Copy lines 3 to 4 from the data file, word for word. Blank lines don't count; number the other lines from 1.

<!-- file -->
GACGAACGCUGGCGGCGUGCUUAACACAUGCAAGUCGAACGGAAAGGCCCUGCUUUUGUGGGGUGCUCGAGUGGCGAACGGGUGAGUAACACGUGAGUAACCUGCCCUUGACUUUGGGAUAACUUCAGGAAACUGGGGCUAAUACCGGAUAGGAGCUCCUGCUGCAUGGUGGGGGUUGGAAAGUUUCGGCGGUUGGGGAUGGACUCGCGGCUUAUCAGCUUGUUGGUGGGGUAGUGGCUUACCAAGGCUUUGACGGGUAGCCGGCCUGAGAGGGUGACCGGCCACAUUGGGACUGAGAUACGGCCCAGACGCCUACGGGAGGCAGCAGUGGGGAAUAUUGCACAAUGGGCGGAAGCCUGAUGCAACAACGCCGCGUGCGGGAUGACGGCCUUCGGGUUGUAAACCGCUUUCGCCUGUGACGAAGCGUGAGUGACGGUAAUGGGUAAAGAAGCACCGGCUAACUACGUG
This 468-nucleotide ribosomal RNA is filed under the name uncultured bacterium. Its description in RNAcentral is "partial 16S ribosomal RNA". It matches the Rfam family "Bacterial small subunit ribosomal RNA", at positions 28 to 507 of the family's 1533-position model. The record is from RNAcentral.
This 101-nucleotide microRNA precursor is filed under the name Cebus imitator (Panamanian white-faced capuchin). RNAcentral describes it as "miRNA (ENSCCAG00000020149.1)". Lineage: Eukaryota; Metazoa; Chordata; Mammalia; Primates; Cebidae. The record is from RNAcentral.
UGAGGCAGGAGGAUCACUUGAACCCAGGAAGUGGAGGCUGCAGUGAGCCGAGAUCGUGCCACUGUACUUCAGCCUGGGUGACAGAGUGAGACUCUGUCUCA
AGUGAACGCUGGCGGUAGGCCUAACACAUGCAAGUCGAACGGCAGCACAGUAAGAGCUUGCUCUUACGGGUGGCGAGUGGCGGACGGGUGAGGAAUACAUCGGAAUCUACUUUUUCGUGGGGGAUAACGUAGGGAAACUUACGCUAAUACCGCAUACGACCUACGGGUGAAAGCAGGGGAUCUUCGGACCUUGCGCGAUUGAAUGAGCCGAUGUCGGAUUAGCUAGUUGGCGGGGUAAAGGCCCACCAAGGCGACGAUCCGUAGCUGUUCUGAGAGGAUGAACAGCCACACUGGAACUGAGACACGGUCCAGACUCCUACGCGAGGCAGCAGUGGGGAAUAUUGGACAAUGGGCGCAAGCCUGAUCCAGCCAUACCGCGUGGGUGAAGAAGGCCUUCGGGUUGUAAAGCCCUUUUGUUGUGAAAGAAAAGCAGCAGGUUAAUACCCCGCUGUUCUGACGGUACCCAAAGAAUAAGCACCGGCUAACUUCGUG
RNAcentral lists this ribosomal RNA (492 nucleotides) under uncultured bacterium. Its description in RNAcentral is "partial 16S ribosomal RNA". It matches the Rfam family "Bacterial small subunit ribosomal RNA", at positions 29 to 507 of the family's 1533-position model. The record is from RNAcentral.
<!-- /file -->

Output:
This 101-nucleotide microRNA precursor is filed under the name Cebus imitator (Panamanian white-faced capuchin). RNAcentral describes it as "miRNA (ENSCCAG00000020149.1)". Lineage: Eukaryota; Metazoa; Chordata; Mammalia; Primates; Cebidae. The record is from RNAcentral.
UGAGGCAGGAGGAUCACUUGAACCCAGGAAGUGGAGGCUGCAGUGAGCCGAGAUCGUGCCACUGUACUUCAGCCUGGGUGACAGAGUGAGACUCUGUCUCA